[COLOR="darkgreen"]Reporter: Jennifer Milton/ AP
D.W. Jones has discovered a piece of history. The 16-year old, his daughter and his father Dennis were spending the day at Lake Munson near Tallahassee when they stumbled upon an ancient American Indian Canoe that historians believe could be 500 to 800 years old.
"How is this thing still here for it to be so old you know. It's just like you see, you know you get a piece of fire wood and two years later it's rotten and destroyed. But, just something to be 800 years old and be wood, it's unbelievable," said Jones
[Historic conservators believe the 23 foot long dugout canoe belonged to the Apalachee Indian tribe who used to fish, hunt and gather food in the water. Historical experts say they are blown away by its superior condition.
"The technology that they had at the time to be able to build a canoe this nice, it's pretty amazing to me, when you look at it, how crisply and cleanly it's made and the tools that they had available, shells, sharks teeth, flint," said James Levy.
The enormous canoe took 12 people nearly 6 hours to excavate the rare artifact in tip-top shape.
"Whoever did it was really good because it has sharp 90 degree corners on it and nice clean platforms on the end with just good,sharp edges, so they were very good at it," said Levy.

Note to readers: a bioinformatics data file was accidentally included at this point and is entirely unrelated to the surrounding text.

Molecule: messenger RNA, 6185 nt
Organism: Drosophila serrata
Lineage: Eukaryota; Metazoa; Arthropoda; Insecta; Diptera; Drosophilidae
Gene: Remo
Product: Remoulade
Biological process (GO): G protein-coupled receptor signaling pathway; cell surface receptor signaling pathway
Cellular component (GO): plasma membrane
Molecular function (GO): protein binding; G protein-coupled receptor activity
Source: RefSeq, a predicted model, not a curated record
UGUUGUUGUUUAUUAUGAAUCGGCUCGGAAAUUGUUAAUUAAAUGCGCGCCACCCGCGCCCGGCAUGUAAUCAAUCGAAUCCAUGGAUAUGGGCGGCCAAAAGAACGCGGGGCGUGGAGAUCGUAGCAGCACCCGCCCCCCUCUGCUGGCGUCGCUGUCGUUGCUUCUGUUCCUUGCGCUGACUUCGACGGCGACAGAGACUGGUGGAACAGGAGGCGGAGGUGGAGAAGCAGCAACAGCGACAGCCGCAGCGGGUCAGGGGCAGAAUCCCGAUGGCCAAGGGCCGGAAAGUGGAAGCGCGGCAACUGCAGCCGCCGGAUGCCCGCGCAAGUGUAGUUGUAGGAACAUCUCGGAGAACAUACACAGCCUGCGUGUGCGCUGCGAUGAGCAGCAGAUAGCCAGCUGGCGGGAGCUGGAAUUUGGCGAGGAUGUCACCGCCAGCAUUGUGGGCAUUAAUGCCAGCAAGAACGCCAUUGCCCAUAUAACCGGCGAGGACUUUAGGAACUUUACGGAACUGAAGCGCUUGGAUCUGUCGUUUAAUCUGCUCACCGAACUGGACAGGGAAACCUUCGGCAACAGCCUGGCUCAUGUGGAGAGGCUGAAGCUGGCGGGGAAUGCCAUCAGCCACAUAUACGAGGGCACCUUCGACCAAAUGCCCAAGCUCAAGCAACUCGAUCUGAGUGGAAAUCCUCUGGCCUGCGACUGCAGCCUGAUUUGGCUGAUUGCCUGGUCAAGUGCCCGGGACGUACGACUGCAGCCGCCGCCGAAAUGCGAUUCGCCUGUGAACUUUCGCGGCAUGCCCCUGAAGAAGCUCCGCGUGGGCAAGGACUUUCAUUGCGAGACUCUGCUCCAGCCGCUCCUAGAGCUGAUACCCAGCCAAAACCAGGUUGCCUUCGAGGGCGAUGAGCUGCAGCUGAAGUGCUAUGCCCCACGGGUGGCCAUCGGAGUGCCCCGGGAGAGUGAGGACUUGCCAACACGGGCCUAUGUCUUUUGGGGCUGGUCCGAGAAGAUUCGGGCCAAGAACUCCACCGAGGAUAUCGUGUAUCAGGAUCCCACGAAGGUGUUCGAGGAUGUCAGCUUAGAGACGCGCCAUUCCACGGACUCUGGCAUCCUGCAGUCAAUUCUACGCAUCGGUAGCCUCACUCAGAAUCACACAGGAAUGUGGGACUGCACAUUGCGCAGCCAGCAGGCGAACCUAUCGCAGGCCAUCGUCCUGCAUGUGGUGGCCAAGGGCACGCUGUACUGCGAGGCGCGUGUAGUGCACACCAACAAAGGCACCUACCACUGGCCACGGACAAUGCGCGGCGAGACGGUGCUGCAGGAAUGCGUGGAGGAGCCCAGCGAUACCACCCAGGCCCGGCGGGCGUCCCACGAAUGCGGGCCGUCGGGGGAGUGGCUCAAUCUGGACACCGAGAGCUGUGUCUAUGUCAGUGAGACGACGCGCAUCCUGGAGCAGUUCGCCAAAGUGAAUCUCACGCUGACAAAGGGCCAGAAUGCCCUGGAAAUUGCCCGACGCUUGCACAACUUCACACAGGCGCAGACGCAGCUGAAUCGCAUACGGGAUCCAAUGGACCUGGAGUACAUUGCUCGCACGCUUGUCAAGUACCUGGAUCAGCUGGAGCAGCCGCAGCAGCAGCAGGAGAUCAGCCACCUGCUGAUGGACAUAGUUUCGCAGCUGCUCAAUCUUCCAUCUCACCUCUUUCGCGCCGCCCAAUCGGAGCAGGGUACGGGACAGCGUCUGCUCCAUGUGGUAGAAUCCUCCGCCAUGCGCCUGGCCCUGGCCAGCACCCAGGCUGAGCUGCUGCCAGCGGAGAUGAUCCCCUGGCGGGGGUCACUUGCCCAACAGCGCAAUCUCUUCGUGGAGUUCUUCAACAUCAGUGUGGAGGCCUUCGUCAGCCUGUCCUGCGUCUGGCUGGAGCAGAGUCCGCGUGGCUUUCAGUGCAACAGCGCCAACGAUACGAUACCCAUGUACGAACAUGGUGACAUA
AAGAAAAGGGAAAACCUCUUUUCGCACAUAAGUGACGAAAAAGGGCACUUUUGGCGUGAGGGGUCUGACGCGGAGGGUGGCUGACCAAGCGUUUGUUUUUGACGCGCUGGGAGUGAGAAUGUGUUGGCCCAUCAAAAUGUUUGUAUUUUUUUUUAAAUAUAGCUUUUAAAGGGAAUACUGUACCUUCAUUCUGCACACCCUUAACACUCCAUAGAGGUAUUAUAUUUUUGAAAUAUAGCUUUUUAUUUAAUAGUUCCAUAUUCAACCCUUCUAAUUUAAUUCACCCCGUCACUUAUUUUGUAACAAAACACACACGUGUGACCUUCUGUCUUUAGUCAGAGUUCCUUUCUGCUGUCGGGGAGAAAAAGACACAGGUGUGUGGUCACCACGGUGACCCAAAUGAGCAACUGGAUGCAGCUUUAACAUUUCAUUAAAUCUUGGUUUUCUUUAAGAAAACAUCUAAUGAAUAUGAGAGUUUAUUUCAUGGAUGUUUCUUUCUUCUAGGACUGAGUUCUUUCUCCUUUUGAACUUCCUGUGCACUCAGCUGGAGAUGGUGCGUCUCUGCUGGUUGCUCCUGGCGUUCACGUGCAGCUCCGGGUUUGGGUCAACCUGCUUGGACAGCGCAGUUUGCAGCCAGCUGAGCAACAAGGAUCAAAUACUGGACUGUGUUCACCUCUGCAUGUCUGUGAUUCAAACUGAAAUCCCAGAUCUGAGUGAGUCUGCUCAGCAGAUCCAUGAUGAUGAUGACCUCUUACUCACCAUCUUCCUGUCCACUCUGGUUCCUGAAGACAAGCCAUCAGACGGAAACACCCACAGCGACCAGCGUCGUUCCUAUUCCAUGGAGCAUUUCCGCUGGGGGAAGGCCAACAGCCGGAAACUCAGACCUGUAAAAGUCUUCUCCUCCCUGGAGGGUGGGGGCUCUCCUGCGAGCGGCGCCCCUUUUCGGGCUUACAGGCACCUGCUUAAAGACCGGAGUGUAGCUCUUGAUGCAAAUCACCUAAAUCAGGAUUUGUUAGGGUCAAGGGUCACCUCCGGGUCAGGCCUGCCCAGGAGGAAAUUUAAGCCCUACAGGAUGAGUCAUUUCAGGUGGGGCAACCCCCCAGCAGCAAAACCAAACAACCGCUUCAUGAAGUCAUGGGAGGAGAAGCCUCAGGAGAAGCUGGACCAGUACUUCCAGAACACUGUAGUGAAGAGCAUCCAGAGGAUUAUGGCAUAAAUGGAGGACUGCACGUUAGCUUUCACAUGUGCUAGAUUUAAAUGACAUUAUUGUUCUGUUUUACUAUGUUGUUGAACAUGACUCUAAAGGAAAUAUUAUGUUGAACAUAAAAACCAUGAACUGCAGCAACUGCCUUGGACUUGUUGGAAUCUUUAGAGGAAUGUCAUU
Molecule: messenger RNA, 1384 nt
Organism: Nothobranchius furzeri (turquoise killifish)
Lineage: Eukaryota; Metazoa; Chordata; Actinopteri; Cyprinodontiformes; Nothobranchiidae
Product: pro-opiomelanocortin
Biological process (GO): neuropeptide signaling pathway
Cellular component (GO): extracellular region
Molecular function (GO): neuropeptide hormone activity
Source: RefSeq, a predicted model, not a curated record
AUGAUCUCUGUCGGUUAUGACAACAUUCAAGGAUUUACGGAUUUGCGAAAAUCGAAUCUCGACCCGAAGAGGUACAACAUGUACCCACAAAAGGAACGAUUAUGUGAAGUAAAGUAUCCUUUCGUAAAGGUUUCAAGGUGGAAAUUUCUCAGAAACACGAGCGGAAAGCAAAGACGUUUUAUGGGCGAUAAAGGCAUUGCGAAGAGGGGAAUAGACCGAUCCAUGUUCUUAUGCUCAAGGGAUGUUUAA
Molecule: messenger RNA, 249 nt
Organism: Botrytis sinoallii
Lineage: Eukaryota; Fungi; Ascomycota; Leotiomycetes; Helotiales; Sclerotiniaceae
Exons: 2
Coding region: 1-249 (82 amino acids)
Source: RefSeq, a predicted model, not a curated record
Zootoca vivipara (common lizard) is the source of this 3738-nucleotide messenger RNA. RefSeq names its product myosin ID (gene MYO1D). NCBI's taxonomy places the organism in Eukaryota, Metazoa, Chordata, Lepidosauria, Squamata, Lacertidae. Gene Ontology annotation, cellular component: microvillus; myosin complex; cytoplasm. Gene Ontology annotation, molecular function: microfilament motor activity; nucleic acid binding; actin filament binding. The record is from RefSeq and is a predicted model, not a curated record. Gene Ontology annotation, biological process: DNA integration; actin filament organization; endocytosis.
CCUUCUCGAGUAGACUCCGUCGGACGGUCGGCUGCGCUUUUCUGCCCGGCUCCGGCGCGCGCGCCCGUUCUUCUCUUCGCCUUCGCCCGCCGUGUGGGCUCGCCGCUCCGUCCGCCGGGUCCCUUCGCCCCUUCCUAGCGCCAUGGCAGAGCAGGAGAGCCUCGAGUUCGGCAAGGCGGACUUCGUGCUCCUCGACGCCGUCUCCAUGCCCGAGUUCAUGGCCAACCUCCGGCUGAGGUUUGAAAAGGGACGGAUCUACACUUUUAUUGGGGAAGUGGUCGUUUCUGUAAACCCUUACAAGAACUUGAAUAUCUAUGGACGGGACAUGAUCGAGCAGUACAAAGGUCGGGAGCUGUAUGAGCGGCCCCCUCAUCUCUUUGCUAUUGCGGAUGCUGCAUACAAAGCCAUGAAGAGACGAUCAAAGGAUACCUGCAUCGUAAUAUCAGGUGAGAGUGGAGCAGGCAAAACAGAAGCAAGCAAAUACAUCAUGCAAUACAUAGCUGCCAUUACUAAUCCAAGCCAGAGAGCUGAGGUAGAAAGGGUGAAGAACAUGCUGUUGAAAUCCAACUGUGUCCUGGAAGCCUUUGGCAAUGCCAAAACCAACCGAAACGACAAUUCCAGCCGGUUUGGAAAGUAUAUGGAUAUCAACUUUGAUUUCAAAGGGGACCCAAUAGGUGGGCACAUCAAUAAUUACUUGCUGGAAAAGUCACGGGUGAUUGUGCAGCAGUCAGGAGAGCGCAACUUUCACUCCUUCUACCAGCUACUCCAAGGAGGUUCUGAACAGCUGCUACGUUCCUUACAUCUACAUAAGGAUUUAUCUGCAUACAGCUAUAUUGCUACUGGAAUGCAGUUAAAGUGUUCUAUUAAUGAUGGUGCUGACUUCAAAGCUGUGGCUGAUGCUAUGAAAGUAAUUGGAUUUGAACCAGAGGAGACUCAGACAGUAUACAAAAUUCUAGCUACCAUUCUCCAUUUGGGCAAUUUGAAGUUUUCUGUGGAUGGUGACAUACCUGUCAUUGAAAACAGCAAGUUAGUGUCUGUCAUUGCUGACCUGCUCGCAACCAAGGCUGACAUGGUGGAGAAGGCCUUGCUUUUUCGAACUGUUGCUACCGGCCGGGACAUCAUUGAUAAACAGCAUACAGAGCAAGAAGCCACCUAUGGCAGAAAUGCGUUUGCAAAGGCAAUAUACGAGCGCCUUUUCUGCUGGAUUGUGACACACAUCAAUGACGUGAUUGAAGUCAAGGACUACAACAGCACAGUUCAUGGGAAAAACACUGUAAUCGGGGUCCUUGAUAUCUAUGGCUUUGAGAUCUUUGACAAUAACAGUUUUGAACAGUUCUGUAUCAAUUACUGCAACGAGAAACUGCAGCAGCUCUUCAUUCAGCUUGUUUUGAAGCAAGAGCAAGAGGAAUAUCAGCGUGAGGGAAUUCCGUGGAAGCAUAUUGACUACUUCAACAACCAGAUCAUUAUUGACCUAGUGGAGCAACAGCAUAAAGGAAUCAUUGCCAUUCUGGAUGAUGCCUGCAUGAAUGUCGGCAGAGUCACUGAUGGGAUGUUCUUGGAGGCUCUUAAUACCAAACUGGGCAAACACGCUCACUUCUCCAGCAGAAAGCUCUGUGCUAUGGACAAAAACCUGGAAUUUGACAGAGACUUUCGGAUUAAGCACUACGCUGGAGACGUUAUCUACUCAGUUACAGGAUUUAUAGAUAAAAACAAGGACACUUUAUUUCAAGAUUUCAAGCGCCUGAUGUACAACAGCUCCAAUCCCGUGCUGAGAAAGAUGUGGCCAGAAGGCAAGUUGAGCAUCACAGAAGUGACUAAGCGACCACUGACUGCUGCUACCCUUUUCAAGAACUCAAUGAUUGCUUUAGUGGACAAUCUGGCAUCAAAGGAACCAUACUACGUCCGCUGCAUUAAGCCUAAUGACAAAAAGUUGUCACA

The canoe is currently at the Museum of Florida History but conservators plan to examine the item further and eventually will put it on display.
More than 350 dugout canoes have been discovered in Florida, but around 1 in 50 are in good condition.
/An American Indian dugout canoe believed to be 500 to 800 years old has been recovered from the muck of a lake bed south of Tallahassee.
State archaeologists said Tuesday, November 30 that the 23-foot-long canoe is unusual because it is well-preserved and each end is finely carved.
More than 350 dugout canoes have been found in Florida, some
dating back 6,000 years, but most are degraded from repeated
periods of wetting and drying.
The canoe was exposed when Lake Munson was drawn down.
Crawfordville resident Dennis Jones first reported the canoe to the
Florida Museum of History.
Archaeologists removed it Monday so it can be conserved and
exhibited and to protect it from curiosity seekers who tried to dig